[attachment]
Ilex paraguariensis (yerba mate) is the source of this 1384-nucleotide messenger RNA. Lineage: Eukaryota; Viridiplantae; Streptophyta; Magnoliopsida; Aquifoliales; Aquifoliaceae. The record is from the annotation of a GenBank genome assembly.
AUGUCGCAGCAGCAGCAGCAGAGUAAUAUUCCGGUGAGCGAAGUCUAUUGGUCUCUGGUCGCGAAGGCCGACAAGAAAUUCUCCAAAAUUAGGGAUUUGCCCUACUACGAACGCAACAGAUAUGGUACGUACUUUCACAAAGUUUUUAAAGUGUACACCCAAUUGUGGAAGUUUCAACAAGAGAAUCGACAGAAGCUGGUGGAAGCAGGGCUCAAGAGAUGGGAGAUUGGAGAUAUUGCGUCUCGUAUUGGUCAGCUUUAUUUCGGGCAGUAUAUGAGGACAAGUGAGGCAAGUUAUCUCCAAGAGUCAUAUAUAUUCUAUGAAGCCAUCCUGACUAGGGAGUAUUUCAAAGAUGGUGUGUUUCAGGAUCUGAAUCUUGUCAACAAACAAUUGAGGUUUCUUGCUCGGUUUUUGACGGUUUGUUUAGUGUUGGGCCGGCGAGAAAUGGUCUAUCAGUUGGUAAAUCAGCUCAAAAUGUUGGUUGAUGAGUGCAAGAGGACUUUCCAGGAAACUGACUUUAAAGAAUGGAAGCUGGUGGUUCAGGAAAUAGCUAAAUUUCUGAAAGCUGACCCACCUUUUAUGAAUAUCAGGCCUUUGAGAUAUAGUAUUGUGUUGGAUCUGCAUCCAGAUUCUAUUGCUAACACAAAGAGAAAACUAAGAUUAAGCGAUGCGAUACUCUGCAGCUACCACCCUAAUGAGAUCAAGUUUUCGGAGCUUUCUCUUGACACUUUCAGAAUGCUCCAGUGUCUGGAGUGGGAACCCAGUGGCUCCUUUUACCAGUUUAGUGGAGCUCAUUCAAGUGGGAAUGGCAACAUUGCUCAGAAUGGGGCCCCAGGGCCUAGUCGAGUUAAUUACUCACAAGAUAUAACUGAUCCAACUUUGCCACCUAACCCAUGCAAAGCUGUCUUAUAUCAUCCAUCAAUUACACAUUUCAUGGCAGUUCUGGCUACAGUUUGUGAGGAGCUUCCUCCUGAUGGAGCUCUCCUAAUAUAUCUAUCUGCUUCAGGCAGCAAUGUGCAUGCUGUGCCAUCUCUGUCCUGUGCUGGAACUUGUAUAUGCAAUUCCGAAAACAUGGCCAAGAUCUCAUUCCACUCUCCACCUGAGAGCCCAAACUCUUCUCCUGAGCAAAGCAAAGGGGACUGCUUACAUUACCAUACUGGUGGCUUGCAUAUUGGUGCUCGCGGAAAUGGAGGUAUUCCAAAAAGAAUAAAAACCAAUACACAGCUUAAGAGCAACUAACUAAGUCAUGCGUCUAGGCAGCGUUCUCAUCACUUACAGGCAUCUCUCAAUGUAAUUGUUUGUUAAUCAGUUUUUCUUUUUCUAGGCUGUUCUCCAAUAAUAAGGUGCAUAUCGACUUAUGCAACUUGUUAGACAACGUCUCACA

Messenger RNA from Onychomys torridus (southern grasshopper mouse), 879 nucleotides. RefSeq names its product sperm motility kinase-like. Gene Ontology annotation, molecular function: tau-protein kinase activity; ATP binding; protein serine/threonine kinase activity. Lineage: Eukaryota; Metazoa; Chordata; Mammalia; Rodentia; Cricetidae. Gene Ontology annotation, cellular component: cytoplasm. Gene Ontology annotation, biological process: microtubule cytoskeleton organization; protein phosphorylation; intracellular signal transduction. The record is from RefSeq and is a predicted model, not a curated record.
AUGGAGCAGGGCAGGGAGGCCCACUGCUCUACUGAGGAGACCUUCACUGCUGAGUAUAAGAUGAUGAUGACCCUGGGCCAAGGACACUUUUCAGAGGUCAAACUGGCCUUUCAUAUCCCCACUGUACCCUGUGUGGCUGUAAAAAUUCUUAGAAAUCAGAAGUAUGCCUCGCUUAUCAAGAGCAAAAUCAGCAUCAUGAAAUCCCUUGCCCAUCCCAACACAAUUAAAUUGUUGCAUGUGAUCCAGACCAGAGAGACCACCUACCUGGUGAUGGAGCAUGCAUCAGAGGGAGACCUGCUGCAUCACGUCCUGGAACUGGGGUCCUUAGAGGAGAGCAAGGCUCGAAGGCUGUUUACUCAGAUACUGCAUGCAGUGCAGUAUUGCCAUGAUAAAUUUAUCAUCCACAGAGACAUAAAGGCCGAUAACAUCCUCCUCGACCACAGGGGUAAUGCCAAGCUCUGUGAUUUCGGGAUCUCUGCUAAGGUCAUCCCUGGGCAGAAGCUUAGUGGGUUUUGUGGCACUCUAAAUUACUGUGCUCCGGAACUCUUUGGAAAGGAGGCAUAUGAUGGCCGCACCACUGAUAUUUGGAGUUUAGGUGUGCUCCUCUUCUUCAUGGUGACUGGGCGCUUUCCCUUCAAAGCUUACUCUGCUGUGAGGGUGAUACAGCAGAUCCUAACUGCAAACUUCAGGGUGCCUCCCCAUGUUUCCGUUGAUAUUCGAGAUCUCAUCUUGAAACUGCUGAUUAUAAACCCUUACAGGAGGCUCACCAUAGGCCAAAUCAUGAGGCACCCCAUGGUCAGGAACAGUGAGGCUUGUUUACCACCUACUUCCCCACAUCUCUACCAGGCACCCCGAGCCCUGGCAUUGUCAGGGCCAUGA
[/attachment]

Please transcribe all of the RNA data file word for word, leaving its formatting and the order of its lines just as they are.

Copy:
Ilex paraguariensis (yerba mate) is the source of this 1384-nucleotide messenger RNA. Lineage: Eukaryota; Viridiplantae; Streptophyta; Magnoliopsida; Aquifoliales; Aquifoliaceae. The record is from the annotation of a GenBank genome assembly.
AUGUCGCAGCAGCAGCAGCAGAGUAAUAUUCCGGUGAGCGAAGUCUAUUGGUCUCUGGUCGCGAAGGCCGACAAGAAAUUCUCCAAAAUUAGGGAUUUGCCCUACUACGAACGCAACAGAUAUGGUACGUACUUUCACAAAGUUUUUAAAGUGUACACCCAAUUGUGGAAGUUUCAACAAGAGAAUCGACAGAAGCUGGUGGAAGCAGGGCUCAAGAGAUGGGAGAUUGGAGAUAUUGCGUCUCGUAUUGGUCAGCUUUAUUUCGGGCAGUAUAUGAGGACAAGUGAGGCAAGUUAUCUCCAAGAGUCAUAUAUAUUCUAUGAAGCCAUCCUGACUAGGGAGUAUUUCAAAGAUGGUGUGUUUCAGGAUCUGAAUCUUGUCAACAAACAAUUGAGGUUUCUUGCUCGGUUUUUGACGGUUUGUUUAGUGUUGGGCCGGCGAGAAAUGGUCUAUCAGUUGGUAAAUCAGCUCAAAAUGUUGGUUGAUGAGUGCAAGAGGACUUUCCAGGAAACUGACUUUAAAGAAUGGAAGCUGGUGGUUCAGGAAAUAGCUAAAUUUCUGAAAGCUGACCCACCUUUUAUGAAUAUCAGGCCUUUGAGAUAUAGUAUUGUGUUGGAUCUGCAUCCAGAUUCUAUUGCUAACACAAAGAGAAAACUAAGAUUAAGCGAUGCGAUACUCUGCAGCUACCACCCUAAUGAGAUCAAGUUUUCGGAGCUUUCUCUUGACACUUUCAGAAUGCUCCAGUGUCUGGAGUGGGAACCCAGUGGCUCCUUUUACCAGUUUAGUGGAGCUCAUUCAAGUGGGAAUGGCAACAUUGCUCAGAAUGGGGCCCCAGGGCCUAGUCGAGUUAAUUACUCACAAGAUAUAACUGAUCCAACUUUGCCACCUAACCCAUGCAAAGCUGUCUUAUAUCAUCCAUCAAUUACACAUUUCAUGGCAGUUCUGGCUACAGUUUGUGAGGAGCUUCCUCCUGAUGGAGCUCUCCUAAUAUAUCUAUCUGCUUCAGGCAGCAAUGUGCAUGCUGUGCCAUCUCUGUCCUGUGCUGGAACUUGUAUAUGCAAUUCCGAAAACAUGGCCAAGAUCUCAUUCCACUCUCCACCUGAGAGCCCAAACUCUUCUCCUGAGCAAAGCAAAGGGGACUGCUUACAUUACCAUACUGGUGGCUUGCAUAUUGGUGCUCGCGGAAAUGGAGGUAUUCCAAAAAGAAUAAAAACCAAUACACAGCUUAAGAGCAACUAACUAAGUCAUGCGUCUAGGCAGCGUUCUCAUCACUUACAGGCAUCUCUCAAUGUAAUUGUUUGUUAAUCAGUUUUUCUUUUUCUAGGCUGUUCUCCAAUAAUAAGGUGCAUAUCGACUUAUGCAACUUGUUAGACAACGUCUCACA

Messenger RNA from Onychomys torridus (southern grasshopper mouse), 879 nucleotides. RefSeq names its product sperm motility kinase-like. Gene Ontology annotation, molecular function: tau-protein kinase activity; ATP binding; protein serine/threonine kinase activity. Lineage: Eukaryota; Metazoa; Chordata; Mammalia; Rodentia; Cricetidae. Gene Ontology annotation, cellular component: cytoplasm. Gene Ontology annotation, biological process: microtubule cytoskeleton organization; protein phosphorylation; intracellular signal transduction. The record is from RefSeq and is a predicted model, not a curated record.
AUGGAGCAGGGCAGGGAGGCCCACUGCUCUACUGAGGAGACCUUCACUGCUGAGUAUAAGAUGAUGAUGACCCUGGGCCAAGGACACUUUUCAGAGGUCAAACUGGCCUUUCAUAUCCCCACUGUACCCUGUGUGGCUGUAAAAAUUCUUAGAAAUCAGAAGUAUGCCUCGCUUAUCAAGAGCAAAAUCAGCAUCAUGAAAUCCCUUGCCCAUCCCAACACAAUUAAAUUGUUGCAUGUGAUCCAGACCAGAGAGACCACCUACCUGGUGAUGGAGCAUGCAUCAGAGGGAGACCUGCUGCAUCACGUCCUGGAACUGGGGUCCUUAGAGGAGAGCAAGGCUCGAAGGCUGUUUACUCAGAUACUGCAUGCAGUGCAGUAUUGCCAUGAUAAAUUUAUCAUCCACAGAGACAUAAAGGCCGAUAACAUCCUCCUCGACCACAGGGGUAAUGCCAAGCUCUGUGAUUUCGGGAUCUCUGCUAAGGUCAUCCCUGGGCAGAAGCUUAGUGGGUUUUGUGGCACUCUAAAUUACUGUGCUCCGGAACUCUUUGGAAAGGAGGCAUAUGAUGGCCGCACCACUGAUAUUUGGAGUUUAGGUGUGCUCCUCUUCUUCAUGGUGACUGGGCGCUUUCCCUUCAAAGCUUACUCUGCUGUGAGGGUGAUACAGCAGAUCCUAACUGCAAACUUCAGGGUGCCUCCCCAUGUUUCCGUUGAUAUUCGAGAUCUCAUCUUGAAACUGCUGAUUAUAAACCCUUACAGGAGGCUCACCAUAGGCCAAAUCAUGAGGCACCCCAUGGUCAGGAACAGUGAGGCUUGUUUACCACCUACUUCCCCACAUCUCUACCAGGCACCCCGAGCCCUGGCAUUGUCAGGGCCAUGA